Lorenzo Hernández García-Hierro lorenzo at gnu.org
Sun Oct 23 11:52:22 CDT 2005


As I commented in the channel and earlier communication on this list,
I'm going to send project status reports and announcements at least
monthly, or if the situation meets special conditions (ie. important
progress or event).

For this month I've got really nice news for all of us and hopefully
this will be that good in the forthcoming months ;).

1 - Progress on vSecurity development and packaging

  a) Documentation

Jeff Schroeder (jeff.schroeder2ATus.army.mil) wrote documentation for
vSecurity's latest features, including cap_over merge. He has been
testing and reporting bugs as well as suggesting features and

The documentation is hosted at tuxedo-es.org wiki for collaboration and
security purposes:


A DocBook version is going to be added to the vSecurity CVS trunk as
soon as we complete it and solve any possible issues, draft can be found


I choose DocBook because it's flexible, has a clean and powerful syntax
and is widely supported and used in documentation projects. Also, there
are many editors and applications out there that support the DocBook

User documentation is not the only one thing that is of our interest
when it comes to provide information about vSecurity. I've made
available a PDF-format developers reference (Doxygen-generated) which is
going to be improved soon. Please note that vSecurity is intended to
work with the kernel documentation engine (ie. comments style, etc).


 b) New release coming soon: cap_over changes merged

I've committed the changes made to the trunk for CapOver LSM merge. With
these new features, we want to get rid of setuid binaries in the next
Ubuntu Linux release (aka Dapper). Martin Pitt worked on such stuff for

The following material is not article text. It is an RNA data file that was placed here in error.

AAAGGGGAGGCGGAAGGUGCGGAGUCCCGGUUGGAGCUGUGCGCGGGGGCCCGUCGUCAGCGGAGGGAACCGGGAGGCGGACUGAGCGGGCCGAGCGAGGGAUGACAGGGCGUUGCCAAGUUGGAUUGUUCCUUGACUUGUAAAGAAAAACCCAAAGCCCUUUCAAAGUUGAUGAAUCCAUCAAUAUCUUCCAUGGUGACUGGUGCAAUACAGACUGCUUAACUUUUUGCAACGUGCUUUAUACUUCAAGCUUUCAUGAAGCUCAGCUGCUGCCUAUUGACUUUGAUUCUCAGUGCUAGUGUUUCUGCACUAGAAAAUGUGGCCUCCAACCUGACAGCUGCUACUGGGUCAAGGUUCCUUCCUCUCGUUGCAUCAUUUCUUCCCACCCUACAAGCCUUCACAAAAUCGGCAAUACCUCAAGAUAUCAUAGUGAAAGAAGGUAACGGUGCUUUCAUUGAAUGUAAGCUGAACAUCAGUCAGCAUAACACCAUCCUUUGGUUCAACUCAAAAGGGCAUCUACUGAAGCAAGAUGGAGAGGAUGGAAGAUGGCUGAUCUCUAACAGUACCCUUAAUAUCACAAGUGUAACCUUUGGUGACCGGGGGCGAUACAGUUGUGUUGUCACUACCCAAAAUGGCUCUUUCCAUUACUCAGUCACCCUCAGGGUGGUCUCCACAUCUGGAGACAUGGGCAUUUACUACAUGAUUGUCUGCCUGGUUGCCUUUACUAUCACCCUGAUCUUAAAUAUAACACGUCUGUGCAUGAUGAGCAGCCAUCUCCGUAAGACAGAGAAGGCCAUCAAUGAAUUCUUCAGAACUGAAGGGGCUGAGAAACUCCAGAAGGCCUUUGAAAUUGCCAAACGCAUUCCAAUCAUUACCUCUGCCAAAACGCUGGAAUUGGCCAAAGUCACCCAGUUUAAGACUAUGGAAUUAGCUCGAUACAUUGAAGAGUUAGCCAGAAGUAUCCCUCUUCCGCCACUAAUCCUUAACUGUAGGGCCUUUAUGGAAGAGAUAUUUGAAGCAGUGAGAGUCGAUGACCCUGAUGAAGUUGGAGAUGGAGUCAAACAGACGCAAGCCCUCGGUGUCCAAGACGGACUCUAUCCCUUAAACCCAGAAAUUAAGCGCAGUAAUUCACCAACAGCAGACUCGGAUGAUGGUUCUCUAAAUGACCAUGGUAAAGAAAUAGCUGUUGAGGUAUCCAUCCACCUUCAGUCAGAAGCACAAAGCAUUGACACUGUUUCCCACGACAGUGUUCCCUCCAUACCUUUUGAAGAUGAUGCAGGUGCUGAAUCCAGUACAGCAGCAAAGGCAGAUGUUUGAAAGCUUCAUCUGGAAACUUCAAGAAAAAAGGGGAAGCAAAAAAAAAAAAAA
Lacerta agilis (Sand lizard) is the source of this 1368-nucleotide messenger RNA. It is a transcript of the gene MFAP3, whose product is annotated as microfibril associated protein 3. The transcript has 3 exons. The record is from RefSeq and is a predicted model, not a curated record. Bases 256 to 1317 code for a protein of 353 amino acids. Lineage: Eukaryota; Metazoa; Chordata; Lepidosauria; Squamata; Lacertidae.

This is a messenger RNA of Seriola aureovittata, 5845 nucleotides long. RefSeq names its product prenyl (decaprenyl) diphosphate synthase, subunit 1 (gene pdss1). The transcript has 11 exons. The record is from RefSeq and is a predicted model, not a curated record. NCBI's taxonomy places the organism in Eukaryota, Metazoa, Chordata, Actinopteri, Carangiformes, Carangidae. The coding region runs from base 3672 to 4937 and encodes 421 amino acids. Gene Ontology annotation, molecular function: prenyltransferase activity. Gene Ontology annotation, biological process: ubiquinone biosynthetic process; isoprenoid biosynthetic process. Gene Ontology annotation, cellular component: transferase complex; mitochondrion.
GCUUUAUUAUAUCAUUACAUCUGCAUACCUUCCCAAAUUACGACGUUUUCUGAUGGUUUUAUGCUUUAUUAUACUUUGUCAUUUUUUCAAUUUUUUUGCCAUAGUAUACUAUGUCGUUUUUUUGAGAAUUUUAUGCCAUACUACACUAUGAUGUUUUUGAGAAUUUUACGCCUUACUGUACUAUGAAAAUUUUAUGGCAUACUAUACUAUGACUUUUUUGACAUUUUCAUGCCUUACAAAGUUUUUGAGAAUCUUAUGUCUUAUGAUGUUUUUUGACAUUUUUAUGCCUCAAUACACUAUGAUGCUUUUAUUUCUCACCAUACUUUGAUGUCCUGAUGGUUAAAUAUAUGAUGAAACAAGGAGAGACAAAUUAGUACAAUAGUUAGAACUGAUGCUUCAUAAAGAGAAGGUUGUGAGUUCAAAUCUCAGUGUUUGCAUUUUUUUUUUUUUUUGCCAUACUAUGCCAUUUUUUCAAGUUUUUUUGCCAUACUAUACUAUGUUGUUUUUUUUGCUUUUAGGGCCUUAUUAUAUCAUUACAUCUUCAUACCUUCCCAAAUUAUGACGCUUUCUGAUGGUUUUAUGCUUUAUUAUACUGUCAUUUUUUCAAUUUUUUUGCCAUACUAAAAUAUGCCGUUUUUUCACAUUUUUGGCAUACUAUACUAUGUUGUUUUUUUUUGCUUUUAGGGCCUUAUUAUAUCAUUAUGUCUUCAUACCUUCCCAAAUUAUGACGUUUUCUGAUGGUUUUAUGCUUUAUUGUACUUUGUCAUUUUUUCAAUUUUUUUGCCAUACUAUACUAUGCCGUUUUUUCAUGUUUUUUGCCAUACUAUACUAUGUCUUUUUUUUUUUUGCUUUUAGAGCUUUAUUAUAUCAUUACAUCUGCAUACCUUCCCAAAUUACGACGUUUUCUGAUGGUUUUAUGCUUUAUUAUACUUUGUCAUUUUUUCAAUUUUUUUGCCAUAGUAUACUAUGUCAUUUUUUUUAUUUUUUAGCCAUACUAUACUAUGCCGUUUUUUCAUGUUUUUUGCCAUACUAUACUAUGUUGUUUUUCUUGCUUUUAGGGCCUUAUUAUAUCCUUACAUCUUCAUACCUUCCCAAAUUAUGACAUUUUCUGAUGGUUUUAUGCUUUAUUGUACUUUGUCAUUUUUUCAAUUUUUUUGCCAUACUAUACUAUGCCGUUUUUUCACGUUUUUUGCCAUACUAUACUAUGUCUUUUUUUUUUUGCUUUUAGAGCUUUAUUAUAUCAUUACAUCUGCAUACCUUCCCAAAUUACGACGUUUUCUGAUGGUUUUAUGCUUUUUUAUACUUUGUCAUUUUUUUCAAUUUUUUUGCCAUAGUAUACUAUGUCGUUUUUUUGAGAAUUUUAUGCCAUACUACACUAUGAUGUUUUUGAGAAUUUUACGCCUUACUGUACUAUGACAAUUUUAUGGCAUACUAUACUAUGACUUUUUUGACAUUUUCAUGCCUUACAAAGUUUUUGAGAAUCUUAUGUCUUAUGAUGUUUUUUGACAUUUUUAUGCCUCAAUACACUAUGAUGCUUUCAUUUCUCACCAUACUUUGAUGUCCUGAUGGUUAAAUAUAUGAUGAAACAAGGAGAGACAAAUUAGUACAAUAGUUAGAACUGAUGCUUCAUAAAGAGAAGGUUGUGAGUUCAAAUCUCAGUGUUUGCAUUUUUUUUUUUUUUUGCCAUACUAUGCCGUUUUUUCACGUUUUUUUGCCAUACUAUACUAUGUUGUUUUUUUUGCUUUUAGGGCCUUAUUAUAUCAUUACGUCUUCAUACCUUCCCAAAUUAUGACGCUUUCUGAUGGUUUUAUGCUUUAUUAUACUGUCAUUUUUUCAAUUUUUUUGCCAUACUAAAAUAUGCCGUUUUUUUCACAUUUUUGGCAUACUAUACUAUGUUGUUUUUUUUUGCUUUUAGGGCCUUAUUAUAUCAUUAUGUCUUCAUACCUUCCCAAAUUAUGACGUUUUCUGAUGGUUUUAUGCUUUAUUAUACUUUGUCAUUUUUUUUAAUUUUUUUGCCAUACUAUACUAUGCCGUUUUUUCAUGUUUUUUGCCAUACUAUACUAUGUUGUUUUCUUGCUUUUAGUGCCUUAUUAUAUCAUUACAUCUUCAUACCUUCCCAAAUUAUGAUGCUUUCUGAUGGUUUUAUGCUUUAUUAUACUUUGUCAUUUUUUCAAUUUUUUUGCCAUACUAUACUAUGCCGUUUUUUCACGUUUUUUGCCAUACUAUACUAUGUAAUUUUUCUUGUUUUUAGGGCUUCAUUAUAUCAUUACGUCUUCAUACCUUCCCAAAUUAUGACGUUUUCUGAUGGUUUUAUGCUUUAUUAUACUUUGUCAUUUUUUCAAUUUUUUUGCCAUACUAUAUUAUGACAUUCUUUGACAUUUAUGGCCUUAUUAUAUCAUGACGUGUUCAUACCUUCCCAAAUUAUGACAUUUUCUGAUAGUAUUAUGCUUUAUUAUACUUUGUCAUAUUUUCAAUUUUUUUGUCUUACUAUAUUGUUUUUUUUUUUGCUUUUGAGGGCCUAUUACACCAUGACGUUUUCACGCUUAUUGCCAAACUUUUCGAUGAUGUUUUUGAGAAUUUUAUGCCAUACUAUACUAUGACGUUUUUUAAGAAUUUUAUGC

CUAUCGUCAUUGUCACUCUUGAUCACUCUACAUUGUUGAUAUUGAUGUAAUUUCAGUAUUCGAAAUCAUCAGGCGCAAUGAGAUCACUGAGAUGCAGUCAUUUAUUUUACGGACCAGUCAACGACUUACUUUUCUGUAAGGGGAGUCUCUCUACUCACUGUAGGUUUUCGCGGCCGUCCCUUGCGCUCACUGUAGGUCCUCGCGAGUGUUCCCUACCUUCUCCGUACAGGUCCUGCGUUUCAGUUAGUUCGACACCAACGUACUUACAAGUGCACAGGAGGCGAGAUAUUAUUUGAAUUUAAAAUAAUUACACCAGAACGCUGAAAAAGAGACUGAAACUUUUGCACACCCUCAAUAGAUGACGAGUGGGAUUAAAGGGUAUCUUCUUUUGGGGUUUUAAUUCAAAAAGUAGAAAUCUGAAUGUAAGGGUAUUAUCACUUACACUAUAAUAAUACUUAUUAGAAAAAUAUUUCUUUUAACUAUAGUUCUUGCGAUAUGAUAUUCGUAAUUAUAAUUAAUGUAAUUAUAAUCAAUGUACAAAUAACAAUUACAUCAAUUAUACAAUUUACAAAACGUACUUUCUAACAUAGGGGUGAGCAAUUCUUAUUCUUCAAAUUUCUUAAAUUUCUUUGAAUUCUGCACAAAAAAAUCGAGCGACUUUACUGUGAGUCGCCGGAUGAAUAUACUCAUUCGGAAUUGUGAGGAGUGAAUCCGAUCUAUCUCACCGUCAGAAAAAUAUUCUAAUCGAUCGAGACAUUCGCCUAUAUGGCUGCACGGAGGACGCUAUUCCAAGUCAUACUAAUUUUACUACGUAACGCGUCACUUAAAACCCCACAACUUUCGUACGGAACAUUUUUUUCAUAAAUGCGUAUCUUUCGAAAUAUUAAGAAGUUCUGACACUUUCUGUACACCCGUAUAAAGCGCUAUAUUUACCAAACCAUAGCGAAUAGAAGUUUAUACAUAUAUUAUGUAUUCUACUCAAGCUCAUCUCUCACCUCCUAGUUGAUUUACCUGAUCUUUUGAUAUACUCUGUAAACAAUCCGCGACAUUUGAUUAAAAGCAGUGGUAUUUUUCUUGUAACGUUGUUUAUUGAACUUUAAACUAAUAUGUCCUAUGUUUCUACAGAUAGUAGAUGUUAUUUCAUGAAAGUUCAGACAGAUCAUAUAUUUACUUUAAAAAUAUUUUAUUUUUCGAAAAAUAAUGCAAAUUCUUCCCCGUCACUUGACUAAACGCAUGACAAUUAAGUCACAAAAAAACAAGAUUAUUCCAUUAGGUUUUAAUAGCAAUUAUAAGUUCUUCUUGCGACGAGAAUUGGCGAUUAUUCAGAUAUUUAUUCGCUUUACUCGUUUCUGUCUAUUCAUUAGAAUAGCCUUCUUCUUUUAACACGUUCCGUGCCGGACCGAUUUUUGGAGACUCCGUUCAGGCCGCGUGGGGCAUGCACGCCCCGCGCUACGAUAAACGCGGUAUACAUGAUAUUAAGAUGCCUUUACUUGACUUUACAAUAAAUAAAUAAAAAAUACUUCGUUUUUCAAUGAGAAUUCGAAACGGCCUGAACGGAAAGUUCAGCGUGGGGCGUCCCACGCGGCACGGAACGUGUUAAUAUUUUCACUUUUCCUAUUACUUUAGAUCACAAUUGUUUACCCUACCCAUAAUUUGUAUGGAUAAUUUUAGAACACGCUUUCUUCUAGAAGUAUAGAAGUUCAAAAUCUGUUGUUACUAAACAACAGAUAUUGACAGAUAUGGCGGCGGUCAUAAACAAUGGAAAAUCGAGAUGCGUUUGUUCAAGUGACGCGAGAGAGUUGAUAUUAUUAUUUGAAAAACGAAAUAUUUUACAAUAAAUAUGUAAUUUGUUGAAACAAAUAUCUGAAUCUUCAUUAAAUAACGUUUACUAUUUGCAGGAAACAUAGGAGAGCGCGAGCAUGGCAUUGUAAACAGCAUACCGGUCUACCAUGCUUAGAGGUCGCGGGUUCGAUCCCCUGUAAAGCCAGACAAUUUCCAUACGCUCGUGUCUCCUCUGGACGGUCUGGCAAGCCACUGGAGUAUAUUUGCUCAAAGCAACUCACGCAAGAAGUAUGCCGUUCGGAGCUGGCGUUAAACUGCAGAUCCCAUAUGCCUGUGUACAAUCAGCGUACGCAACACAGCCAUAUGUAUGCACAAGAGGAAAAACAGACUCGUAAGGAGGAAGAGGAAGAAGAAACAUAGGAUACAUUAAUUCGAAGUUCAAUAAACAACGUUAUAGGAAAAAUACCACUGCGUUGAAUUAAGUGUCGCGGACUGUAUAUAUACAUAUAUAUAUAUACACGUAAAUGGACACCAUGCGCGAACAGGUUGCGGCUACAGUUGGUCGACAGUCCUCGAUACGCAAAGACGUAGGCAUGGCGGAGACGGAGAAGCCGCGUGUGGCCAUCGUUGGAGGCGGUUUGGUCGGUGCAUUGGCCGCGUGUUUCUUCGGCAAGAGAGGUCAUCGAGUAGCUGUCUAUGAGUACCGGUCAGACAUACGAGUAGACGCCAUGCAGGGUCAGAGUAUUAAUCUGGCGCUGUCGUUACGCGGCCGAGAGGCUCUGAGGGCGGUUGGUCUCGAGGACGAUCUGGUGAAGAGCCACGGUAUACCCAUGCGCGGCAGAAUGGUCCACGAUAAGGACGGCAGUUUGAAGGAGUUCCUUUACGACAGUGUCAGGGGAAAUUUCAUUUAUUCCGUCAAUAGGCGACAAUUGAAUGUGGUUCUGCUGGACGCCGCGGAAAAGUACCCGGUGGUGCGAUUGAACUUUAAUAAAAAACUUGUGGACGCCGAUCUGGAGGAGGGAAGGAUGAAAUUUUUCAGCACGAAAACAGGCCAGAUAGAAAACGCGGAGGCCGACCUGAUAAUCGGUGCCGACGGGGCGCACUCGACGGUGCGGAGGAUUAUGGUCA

Breezy and Jeff and myself found that we should go a step further and
provide a fine-grained, policy-based engine for capabilities granting
without adding further difficulties to the maintenance and development


I would like to thank Eugene Teo for the great help on the original
patches for cap_over merge, as well as the comments and fixes on the
vSecurity code for mainline kernel API updates, etc.

Although, I have some bad news about this:

 c) Possible trademark issues

Jeff and others commented that vSecurity might cause trademark-related
issues. I'm not really sure, but I don't think so. For those who don't
know, vSecurity stands for 'vanilla Security' (the main goal of the
project was to bring security technologies to the mainline kernel
without the need of API changes: patches, etc). Although, If I find this
to be an issue, I'll change the name. No big deal. I always asked myself
why I didn't name it the "Flippin' Mainline Security Module" ;). I'll
try to ask around here, but if any lawyer/attorney is reading this,
counseling and guidance will be appreciated.

 d) Kernel freeze (yeah, we also suffer of them, from times to times)

Jeff found a bug that can be reproduced easily in latest vSecurity
milestones since 2.6.12 changes. After some research, and also after
asking a fellow (Seth Arnold, thanks for the comments!), I came with
some possible issues that may be causing the bug:

 - task handling or related code tries to de-allocate a data structure  
   field (ie. task 'security' field) twice at same time. Kind of weird
   race condition.